It is, of course, one thing to be familiar with the idea that the Divine resides beneath the physical curtain of the world. It is another to remember this as one goes through daily life. And it’s especially difficult to believe in when one suffers or feels he or she is trying to do what’s right but failing. You might say much of the poetry in my new collection moves back and forth in motion with the tug-of-war between the mystical claim of Divine unity underlying our days and the world’s surface appearance of randomness.
In a less spiritual sense, teaching in university and trying to live as a Chassid obviously entails a life in two worlds as well. Before I left yeshiva and returned to academia, I happened to meet Professor Yitzchok Bloch, a Chabad Chassid and philosophy professor. At one point, much to the approval of the yeshiva faculty and his Lubavitch peers, Bloch attempted to abandon his graduate studies in philosophy at Harvard to learn in yeshiva in Crown Heights. However, the Lubavitcher Rebbe sent him back to Harvard. Looking back on his career, Bloch said, in a sense, he always felt misunderstood in academia because Chassidic culture was foreign to his colleagues, but he also felt misunderstood in the Chassidic community because very few understood what his work as a philosophy professor entailed. Sometimes I, too, feel I have fallen into the gap between two worlds, but there is also a strong sense that my Chassidic life significantly enriches my poetry, and that my poetry provides a space for me to process my efforts to live as a Chassid. In this sense, the two worlds pleasantly overlap. Also, that my rabbis pushed me to return to poetry helped me see Judaism as much more expansive and encompassing than I had imagined it to be earlier in my life.
4) How does Chassidus speak to you?
Chassidus emphasizes physical life, or at least combining the physical and spiritual. I think this kind of world-embracing theology is healthy and comprehensive. It addresses the conditions of life in a body and explains Judaism’s non-ascetic leanings (marriage, physical commandments, etc). I always felt somewhat alienated from the thinking that Judaism is all about getting a reward in the afterlife. It sounded kind of like a video game, a philosophy that doesn’t speak to the here and now; it also seemed to breed a holier-than-thou mentality. It was refreshing to learn that kind of thinking was at odds with Chassidus.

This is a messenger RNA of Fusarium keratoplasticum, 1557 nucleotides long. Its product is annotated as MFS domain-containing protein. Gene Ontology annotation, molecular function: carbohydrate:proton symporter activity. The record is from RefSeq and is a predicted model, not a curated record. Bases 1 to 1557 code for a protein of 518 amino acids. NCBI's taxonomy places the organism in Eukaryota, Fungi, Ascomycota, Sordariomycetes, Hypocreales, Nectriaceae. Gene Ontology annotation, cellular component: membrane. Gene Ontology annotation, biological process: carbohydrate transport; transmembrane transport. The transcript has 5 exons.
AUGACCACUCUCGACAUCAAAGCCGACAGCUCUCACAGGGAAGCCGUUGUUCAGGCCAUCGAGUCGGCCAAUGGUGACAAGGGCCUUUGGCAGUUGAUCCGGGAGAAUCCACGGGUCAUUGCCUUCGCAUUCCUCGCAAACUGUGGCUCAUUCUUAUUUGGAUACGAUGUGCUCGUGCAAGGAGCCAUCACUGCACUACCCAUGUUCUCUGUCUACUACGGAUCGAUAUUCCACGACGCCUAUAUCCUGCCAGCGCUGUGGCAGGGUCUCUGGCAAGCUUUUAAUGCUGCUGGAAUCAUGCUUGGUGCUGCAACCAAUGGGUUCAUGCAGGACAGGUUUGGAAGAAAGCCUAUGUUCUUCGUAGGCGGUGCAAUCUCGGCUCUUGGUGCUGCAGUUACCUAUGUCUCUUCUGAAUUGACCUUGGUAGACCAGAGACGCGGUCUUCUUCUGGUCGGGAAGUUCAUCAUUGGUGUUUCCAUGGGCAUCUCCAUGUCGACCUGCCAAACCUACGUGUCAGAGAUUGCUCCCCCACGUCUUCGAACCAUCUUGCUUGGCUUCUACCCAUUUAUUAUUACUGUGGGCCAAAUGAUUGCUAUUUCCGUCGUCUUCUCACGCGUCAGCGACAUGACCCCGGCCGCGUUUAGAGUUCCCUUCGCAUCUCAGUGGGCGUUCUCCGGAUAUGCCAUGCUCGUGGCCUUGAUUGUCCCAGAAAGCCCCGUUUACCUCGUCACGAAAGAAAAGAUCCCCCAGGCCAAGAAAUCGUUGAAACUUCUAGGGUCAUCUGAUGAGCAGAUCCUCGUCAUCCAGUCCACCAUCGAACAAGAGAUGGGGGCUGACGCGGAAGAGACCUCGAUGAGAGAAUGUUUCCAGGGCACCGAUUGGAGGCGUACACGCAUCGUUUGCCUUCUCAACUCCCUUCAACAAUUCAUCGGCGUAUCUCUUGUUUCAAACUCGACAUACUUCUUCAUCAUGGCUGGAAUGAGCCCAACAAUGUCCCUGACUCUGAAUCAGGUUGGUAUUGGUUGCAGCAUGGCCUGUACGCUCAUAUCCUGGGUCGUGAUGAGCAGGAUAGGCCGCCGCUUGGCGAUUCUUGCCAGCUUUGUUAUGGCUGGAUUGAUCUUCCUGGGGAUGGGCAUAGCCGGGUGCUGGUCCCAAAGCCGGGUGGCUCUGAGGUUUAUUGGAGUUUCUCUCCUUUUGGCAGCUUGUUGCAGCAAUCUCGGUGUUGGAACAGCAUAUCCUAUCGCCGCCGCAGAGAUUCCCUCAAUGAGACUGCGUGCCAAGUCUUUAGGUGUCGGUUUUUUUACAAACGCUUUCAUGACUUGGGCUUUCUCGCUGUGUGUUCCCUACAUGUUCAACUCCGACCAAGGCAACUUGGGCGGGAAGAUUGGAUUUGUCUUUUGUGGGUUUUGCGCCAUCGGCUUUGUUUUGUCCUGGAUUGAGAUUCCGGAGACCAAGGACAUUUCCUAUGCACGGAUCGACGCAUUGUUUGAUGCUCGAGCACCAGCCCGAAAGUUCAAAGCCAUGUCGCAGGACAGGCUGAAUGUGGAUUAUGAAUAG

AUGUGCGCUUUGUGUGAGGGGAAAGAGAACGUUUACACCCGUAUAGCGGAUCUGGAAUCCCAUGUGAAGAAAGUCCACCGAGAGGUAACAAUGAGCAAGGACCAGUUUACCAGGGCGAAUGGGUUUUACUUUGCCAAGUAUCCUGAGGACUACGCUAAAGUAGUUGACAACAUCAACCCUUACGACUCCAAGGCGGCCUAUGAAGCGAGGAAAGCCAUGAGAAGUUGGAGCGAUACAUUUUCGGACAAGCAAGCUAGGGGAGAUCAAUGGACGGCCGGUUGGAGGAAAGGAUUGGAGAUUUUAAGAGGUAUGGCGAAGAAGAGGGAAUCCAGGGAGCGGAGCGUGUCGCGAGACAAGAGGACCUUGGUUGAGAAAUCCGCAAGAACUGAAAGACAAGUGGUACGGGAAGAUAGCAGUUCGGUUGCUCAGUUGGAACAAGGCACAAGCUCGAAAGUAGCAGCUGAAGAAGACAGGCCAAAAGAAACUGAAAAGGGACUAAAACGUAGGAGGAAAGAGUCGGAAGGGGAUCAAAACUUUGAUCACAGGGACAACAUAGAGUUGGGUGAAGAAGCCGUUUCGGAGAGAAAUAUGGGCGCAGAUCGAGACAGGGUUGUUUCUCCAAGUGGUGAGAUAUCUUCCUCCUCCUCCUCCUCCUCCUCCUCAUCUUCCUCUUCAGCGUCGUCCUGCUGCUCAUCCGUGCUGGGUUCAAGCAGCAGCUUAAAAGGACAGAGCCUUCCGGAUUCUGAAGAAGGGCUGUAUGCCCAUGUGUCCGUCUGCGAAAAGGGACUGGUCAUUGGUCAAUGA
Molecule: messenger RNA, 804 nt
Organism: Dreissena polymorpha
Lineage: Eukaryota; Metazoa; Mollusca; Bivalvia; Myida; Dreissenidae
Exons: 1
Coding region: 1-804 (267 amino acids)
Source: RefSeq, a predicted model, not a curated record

Some of the points I note below concerning Essence and Revelation relate to this. According to Chassidus, the afterlife falls into the Revelation category; it involves experiencing G-d as He “suits up” into a spiritual persona: In the afterlife, souls experience luminous lessons in hands-on mysticism. In this life, we have G-d’s Essence. According to Chassidus, this explains why the deceased envy the living and their ability to do mitzvot, G-d’s commandments, which can be performed only in this world.
I’m also moved by the Chassidic emphasis on our unconditional connection to G-d. According to Chassidus, to live and feel this connection, and to fulfill our purpose of sanctifying the mundane, we must adhere to tradition. But even when we abandon tradition–and, therefore, tarnish the outer layers of our connection—Chassidic thought posits that an unconditional, deeper bond with G-d remains undiminished.
5) How does Chassidus help your imagery?
I think my studies in Chassidus–in which I encounter mystical images, terminology, and conceptual frameworks–add another layer to my work. It infuses my poems with a kind of tension or binary, as I mentioned earlier. After I sent my new book to the poet Tony Hoagland, he wrote me a postcard in which he describes this tension quite well. As he puts it, the book demonstrates a “simultaneous allegiance…to traditional spirituality and the difficulties and paradoxes of contemporary life; the poems insistently bring scriptural idealism into contact with realism, and they seem to insist that we cannot live the one without the paradoxical, sometimes contradictory, presence of the other.”
I think the juxtaposition of these two types of images represents an attempt to hold the teachings I’m studying up against the life I’m actually living. Perhaps it’s an attempt to blend the theoretical with the actual. I want these teachings to speak to me; poetry can serve as the bridge between study and the life that is lived when the books are closed.
6) How do you understand and apply the Chassidic idea of the divine dwelling below (dirah bathahtonim)?
Dirah Btachtonim is the Midrashic principle that G-d desires “a dwelling place in the lowest realm.” Chabad Chassidus understands this to mean G-d created all of existence, the higher worlds and this physical one, because He desires “to be present” in our physical world. The home “or dwelling place” metaphor implies Essence, for, in one’s home, one behaves as he or she truly is. And G-d is His “true self” here in our world. (I elaborate on this a bit later, in discussing Essence and Revelation).
In the Tanya, the Alter Rebbe suggests that when the Midrash states G-d wants to dwell in the lowest realm, it means we—as G-d’s ambassadors—are charged with spiritualizing material existence by employing it in the service of G-d. The Alter Rebbe adds that G-d wants to dwell in “the lowest of the low.” In other words, in our doubts, darkest moments, greatest failings—those conditions basic to the life of a soul in a body. Somehow, we must redeem and elevate these experiences. We must infuse them with the Divine.